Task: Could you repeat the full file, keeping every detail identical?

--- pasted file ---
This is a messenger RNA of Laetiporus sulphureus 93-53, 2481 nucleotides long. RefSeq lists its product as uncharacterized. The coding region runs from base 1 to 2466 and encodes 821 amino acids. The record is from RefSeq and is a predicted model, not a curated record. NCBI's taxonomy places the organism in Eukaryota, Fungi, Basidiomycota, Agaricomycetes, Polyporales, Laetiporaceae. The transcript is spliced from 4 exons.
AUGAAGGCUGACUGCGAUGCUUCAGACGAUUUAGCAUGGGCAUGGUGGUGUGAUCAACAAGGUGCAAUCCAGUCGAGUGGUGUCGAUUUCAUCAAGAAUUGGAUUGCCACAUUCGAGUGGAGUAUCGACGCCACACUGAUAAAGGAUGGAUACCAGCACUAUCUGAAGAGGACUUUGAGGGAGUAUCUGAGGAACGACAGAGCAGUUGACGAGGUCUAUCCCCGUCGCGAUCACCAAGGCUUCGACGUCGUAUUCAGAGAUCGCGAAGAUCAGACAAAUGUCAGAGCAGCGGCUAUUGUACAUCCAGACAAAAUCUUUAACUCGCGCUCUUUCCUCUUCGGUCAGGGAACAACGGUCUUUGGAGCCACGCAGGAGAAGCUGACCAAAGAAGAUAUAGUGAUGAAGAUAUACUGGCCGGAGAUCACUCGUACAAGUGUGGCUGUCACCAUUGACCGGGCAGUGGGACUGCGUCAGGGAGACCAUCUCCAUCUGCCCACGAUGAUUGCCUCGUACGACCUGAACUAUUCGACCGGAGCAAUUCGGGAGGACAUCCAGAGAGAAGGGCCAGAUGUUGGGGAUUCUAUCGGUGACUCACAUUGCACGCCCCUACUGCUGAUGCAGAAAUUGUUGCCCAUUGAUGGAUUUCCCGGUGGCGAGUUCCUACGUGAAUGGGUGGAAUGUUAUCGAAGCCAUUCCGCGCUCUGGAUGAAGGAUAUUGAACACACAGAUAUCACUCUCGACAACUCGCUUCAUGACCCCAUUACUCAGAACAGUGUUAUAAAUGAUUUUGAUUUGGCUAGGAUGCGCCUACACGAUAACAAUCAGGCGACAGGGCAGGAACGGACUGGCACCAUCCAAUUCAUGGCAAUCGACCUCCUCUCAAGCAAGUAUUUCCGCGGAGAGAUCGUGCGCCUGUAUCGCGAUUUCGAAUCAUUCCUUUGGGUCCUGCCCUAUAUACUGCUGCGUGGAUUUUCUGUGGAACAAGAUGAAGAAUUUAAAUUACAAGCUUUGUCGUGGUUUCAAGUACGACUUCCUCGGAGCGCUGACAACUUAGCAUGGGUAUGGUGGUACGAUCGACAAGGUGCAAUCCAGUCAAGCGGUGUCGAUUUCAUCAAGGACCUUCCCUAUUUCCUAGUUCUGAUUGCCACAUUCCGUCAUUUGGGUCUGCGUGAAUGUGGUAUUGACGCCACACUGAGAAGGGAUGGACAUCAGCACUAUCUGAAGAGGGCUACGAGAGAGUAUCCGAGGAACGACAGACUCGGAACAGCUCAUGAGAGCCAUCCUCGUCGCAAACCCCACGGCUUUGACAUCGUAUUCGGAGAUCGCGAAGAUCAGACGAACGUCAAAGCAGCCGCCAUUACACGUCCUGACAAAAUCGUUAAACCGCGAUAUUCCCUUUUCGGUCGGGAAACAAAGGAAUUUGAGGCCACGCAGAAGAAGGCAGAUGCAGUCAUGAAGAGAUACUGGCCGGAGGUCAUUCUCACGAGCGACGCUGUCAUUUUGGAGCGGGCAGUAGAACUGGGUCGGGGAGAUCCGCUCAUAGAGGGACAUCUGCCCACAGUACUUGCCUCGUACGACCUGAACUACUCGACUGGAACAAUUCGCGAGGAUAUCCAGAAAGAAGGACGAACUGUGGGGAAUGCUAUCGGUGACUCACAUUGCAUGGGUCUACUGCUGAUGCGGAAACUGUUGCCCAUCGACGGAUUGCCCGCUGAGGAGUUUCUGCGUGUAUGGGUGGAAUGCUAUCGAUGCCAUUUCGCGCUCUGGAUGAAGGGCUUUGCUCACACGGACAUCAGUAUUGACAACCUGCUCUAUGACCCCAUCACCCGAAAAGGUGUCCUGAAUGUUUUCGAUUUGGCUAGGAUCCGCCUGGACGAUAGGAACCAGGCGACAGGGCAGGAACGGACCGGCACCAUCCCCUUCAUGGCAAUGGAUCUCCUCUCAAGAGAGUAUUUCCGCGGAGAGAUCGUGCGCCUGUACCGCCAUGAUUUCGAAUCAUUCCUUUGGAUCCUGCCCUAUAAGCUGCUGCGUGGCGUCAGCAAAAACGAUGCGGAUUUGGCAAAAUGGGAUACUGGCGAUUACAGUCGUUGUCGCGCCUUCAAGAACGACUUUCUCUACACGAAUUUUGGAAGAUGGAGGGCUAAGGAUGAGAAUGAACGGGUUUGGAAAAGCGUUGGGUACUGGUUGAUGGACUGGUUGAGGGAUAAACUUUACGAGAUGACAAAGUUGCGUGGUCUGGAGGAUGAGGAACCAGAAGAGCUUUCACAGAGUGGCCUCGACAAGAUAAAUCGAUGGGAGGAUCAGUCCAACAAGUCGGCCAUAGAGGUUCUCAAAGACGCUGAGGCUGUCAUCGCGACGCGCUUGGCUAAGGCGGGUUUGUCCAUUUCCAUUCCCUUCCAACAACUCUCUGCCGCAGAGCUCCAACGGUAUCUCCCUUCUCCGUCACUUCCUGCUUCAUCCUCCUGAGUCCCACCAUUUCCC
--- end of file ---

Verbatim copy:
This is a messenger RNA of Laetiporus sulphureus 93-53, 2481 nucleotides long. RefSeq lists its product as uncharacterized. The coding region runs from base 1 to 2466 and encodes 821 amino acids. The record is from RefSeq and is a predicted model, not a curated record. NCBI's taxonomy places the organism in Eukaryota, Fungi, Basidiomycota, Agaricomycetes, Polyporales, Laetiporaceae. The transcript is spliced from 4 exons.
AUGAAGGCUGACUGCGAUGCUUCAGACGAUUUAGCAUGGGCAUGGUGGUGUGAUCAACAAGGUGCAAUCCAGUCGAGUGGUGUCGAUUUCAUCAAGAAUUGGAUUGCCACAUUCGAGUGGAGUAUCGACGCCACACUGAUAAAGGAUGGAUACCAGCACUAUCUGAAGAGGACUUUGAGGGAGUAUCUGAGGAACGACAGAGCAGUUGACGAGGUCUAUCCCCGUCGCGAUCACCAAGGCUUCGACGUCGUAUUCAGAGAUCGCGAAGAUCAGACAAAUGUCAGAGCAGCGGCUAUUGUACAUCCAGACAAAAUCUUUAACUCGCGCUCUUUCCUCUUCGGUCAGGGAACAACGGUCUUUGGAGCCACGCAGGAGAAGCUGACCAAAGAAGAUAUAGUGAUGAAGAUAUACUGGCCGGAGAUCACUCGUACAAGUGUGGCUGUCACCAUUGACCGGGCAGUGGGACUGCGUCAGGGAGACCAUCUCCAUCUGCCCACGAUGAUUGCCUCGUACGACCUGAACUAUUCGACCGGAGCAAUUCGGGAGGACAUCCAGAGAGAAGGGCCAGAUGUUGGGGAUUCUAUCGGUGACUCACAUUGCACGCCCCUACUGCUGAUGCAGAAAUUGUUGCCCAUUGAUGGAUUUCCCGGUGGCGAGUUCCUACGUGAAUGGGUGGAAUGUUAUCGAAGCCAUUCCGCGCUCUGGAUGAAGGAUAUUGAACACACAGAUAUCACUCUCGACAACUCGCUUCAUGACCCCAUUACUCAGAACAGUGUUAUAAAUGAUUUUGAUUUGGCUAGGAUGCGCCUACACGAUAACAAUCAGGCGACAGGGCAGGAACGGACUGGCACCAUCCAAUUCAUGGCAAUCGACCUCCUCUCAAGCAAGUAUUUCCGCGGAGAGAUCGUGCGCCUGUAUCGCGAUUUCGAAUCAUUCCUUUGGGUCCUGCCCUAUAUACUGCUGCGUGGAUUUUCUGUGGAACAAGAUGAAGAAUUUAAAUUACAAGCUUUGUCGUGGUUUCAAGUACGACUUCCUCGGAGCGCUGACAACUUAGCAUGGGUAUGGUGGUACGAUCGACAAGGUGCAAUCCAGUCAAGCGGUGUCGAUUUCAUCAAGGACCUUCCCUAUUUCCUAGUUCUGAUUGCCACAUUCCGUCAUUUGGGUCUGCGUGAAUGUGGUAUUGACGCCACACUGAGAAGGGAUGGACAUCAGCACUAUCUGAAGAGGGCUACGAGAGAGUAUCCGAGGAACGACAGACUCGGAACAGCUCAUGAGAGCCAUCCUCGUCGCAAACCCCACGGCUUUGACAUCGUAUUCGGAGAUCGCGAAGAUCAGACGAACGUCAAAGCAGCCGCCAUUACACGUCCUGACAAAAUCGUUAAACCGCGAUAUUCCCUUUUCGGUCGGGAAACAAAGGAAUUUGAGGCCACGCAGAAGAAGGCAGAUGCAGUCAUGAAGAGAUACUGGCCGGAGGUCAUUCUCACGAGCGACGCUGUCAUUUUGGAGCGGGCAGUAGAACUGGGUCGGGGAGAUCCGCUCAUAGAGGGACAUCUGCCCACAGUACUUGCCUCGUACGACCUGAACUACUCGACUGGAACAAUUCGCGAGGAUAUCCAGAAAGAAGGACGAACUGUGGGGAAUGCUAUCGGUGACUCACAUUGCAUGGGUCUACUGCUGAUGCGGAAACUGUUGCCCAUCGACGGAUUGCCCGCUGAGGAGUUUCUGCGUGUAUGGGUGGAAUGCUAUCGAUGCCAUUUCGCGCUCUGGAUGAAGGGCUUUGCUCACACGGACAUCAGUAUUGACAACCUGCUCUAUGACCCCAUCACCCGAAAAGGUGUCCUGAAUGUUUUCGAUUUGGCUAGGAUCCGCCUGGACGAUAGGAACCAGGCGACAGGGCAGGAACGGACCGGCACCAUCCCCUUCAUGGCAAUGGAUCUCCUCUCAAGAGAGUAUUUCCGCGGAGAGAUCGUGCGCCUGUACCGCCAUGAUUUCGAAUCAUUCCUUUGGAUCCUGCCCUAUAAGCUGCUGCGUGGCGUCAGCAAAAACGAUGCGGAUUUGGCAAAAUGGGAUACUGGCGAUUACAGUCGUUGUCGCGCCUUCAAGAACGACUUUCUCUACACGAAUUUUGGAAGAUGGAGGGCUAAGGAUGAGAAUGAACGGGUUUGGAAAAGCGUUGGGUACUGGUUGAUGGACUGGUUGAGGGAUAAACUUUACGAGAUGACAAAGUUGCGUGGUCUGGAGGAUGAGGAACCAGAAGAGCUUUCACAGAGUGGCCUCGACAAGAUAAAUCGAUGGGAGGAUCAGUCCAACAAGUCGGCCAUAGAGGUUCUCAAAGACGCUGAGGCUGUCAUCGCGACGCGCUUGGCUAAGGCGGGUUUGUCCAUUUCCAUUCCCUUCCAACAACUCUCUGCCGCAGAGCUCCAACGGUAUCUCCCUUCUCCGUCACUUCCUGCUUCAUCCUCCUGAGUCCCACCAUUUCCC